Digital cables most certainly do matter, I figured they did but never imagined how much. I was dead wrong!

folks here by and large know this, but of course digital cables affect sound... they are carrying analog voltages that mimic 1-0 step functions... at extremely high frequencies... ethernet and usb cables have wire pairs within them that carry those signals... in both directions, plus more...

I didn't mean to preach to the choir 🤐 I have read some pretty outrageous things from naysayers on this site though...especially regarding potential gains with optical cables. 


I have used the Wireworld Super Nova 7 glass optical, and it sounds great. I use it on my cd player used as a transport. I use a AQ. Coaxial on my streamer.

To me, the coax has a tiny bit more sparkle on the treble frequencies, and the glass optical is a little more on the warm side. I like both.

The largest selling cable companies are WireWorld, Transparent, and AudioQuest. This was from a survey on an audiophile forum…. Had a few thousand participants. I use almost exclusively Transparent, with one AudioQuest and Cardas power cords. I have several WireWorld and DH Labs spread across my other couple systems.

Toslink is fine if you can deal with its designed limitations. A long time ago before Toslink became the "standard" for optical cables, there was a better, much higher bandwidth optical cable made by AT&T called AT&T Glass. Of course it never caught on because for the time period it was overkill and now it is history, while Toslink (by Toshiba) did catch on (it was cheap) and is still here.

As long as you are happy to live within its DESIGNED limitations it is fine to use.

24/96 is the theoretical limit of TOSLink (it was designed for 48k) However, there are a lot of transceivers out there that, with good cables, can reliably pass 176.4k or even 192k. None (or almost none) will pass 352.8k (DXD and/or double rate DSD via DoP.)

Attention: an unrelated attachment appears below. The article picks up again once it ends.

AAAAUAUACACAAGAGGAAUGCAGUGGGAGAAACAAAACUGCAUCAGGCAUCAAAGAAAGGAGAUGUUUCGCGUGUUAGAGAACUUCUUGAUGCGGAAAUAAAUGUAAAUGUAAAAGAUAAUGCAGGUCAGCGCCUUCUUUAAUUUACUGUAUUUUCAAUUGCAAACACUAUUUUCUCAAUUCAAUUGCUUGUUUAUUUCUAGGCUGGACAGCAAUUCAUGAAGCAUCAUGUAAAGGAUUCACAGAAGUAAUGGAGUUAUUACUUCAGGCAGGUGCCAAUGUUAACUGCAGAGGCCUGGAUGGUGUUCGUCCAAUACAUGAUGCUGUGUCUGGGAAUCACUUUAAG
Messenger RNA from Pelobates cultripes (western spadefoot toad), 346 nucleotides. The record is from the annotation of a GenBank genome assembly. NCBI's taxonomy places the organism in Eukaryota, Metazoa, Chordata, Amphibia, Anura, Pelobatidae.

Galvanic isolation is definitely a good thing. Pity that AT&T Glass isn’t still here.

Seems to me the negativity associated with Toslink is a hold-over from days long past, when it sucked. Some DAC designers (Rob Watts comes to mind) managed to figure out how to implement it with great results some time ago. Back when Chord released the first iteration of their Qute series (HD) Rob posted on the topic (Head-fi IIRC). Some naysayers gnashed their teeth and dismissed the idea Toslink could sound good, even argued with him. It was fascinating in a car-wreck kind of way. I still have my Qute (upgraded to EX) and use it on occasion with Lifatec’s glass cables, which easily handle a 24/192 signal. (The plastic variety I’ve tried all maxed out at 24/96.) And I have other DACs whose Toslink implementation sounds great. I think it’s been figured out.

Torq (at one time at least) seemed to really like lifeatec but I returned it after comparing it to my dulcet AQVOX toslink but still preferred a hookup with the  Requisite D3r coax reviewed at audiobacon.net. I plan to order soon the affordable Sys Concept toslink cable mentioned by currawong to compare with the Requisite. 

The quality of toslink nowadays is a direct function of the quality of the server‘s clock since that is what governs what the DAC receives. Small hint: USB based servers don‘t pay much attention to the clocking since in USB it‘s slaved to the DAC.

Eliminate the digital cable alltogether (streamer dac separates) and get a great sounding streamer+dac combo unit.

But, apparently, some sales guy theory crafted/ told all the dudes that streamer dac separates lifted more veils (Not!!) ....and the dude fiddles with an unnecessary extra stupid cable and box until the squirrels in his head run wild all day long.